It’s Inauguration Day,* when we observe the peaceful transfer of power from one party — one individual — to another, a day when we breathe a momentary sigh of relief that, against all odds, the fragile fabric of the republic has held one more time, a day when, no matter our political affiliation or private beliefs, we celebrate our grubby, flawed, yet remarkably resilient system of governance.
It’s a happy day in our house. But my wife is a practical woman. She has questions about how this presidential transition thing is supposed to work.
She wants to know about the sheets.
Surely they don’t just wash them and put them back. Surely they burn them. Maybe the mattresses too. Maybe the beds.
When, exactly, do you start packing to get out of the White House, she wants to know? Who does the packing? How can we be sure they get everything out?
How do they clean the living quarters? Lysol? Ultraviolet light? A blowtorch? Do they tent the place during the inauguration and fumigate it?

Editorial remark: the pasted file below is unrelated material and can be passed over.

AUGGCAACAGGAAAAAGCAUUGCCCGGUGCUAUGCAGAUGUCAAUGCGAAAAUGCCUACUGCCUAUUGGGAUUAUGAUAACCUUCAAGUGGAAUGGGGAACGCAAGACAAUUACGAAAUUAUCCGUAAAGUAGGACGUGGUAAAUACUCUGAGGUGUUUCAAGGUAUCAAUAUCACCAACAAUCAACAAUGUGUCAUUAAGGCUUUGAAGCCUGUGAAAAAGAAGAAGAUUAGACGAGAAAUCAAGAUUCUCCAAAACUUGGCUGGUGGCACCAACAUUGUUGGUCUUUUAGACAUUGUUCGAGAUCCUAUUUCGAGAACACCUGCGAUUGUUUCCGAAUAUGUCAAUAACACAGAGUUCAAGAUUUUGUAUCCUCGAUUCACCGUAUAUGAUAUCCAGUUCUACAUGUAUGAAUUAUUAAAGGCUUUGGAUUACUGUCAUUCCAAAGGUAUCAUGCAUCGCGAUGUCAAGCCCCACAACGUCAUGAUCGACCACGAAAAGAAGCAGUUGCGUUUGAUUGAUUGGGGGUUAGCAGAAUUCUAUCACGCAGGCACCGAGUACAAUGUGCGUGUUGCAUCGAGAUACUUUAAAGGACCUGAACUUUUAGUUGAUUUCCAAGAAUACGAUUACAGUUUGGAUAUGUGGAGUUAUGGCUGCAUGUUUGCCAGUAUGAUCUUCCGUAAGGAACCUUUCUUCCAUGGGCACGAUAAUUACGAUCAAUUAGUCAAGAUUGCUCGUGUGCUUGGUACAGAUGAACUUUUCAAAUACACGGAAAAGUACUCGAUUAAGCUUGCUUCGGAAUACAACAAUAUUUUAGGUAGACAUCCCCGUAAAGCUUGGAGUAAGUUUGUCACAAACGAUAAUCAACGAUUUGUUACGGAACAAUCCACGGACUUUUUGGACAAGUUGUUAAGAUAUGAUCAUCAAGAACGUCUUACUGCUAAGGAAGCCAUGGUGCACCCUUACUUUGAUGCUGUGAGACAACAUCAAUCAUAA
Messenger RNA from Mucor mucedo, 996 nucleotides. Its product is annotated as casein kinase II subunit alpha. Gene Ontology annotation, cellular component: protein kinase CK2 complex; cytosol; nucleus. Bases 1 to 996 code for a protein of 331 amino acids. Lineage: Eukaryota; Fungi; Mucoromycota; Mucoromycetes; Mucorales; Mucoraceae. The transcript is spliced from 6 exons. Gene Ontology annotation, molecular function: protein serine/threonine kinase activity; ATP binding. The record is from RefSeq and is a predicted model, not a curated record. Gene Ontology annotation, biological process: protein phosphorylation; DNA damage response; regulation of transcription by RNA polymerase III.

Do they just replace the toilet seats, or the entire toilet?
They must check all the drawers for cracker crumbs, forgotten Brioni socks, the random Louboutin slingback, and golf club matchbooks. But what about the showers, and the orange colored hair caught in the drains? Is there time to replace the plumbing?
What does it smell like? Do they light scented candles? Burn incense? Do feng shui? Rugs and carpeting must be a problem. Stains of uncertain origin, some indelible. Toss them too.
No inauguration speech is long enough to do a gut job on the living quarters. And even that might not be enough; there’s probably two hundred years of accumulated memory and anxious sweat and toenail clippings in there.
Just accept that it’s a temporary dwelling, a time-share, a short-term lease, that it always belongs to the next occupant, to our collective future, and we can all sleep better at night. At least the new resident already knows the place intimately, won’t be surprised or dismayed or impressed by any of it. And he’ll be gracious about it when the next guy or gal moves in.
But it’s his and his wife’s moving day, so let’s all say it, quietly, hopefully, happily: welcome to the White House, Joe.
*For a study in contrast with today’s ceremonies, please read this post from Inauguration Day 2009.
One thought on “Moving Day”
Love it! I did recently read that the cleaning crew had only 5 hours today to get in and clean for the new occupants. Wonder how many are on that crew?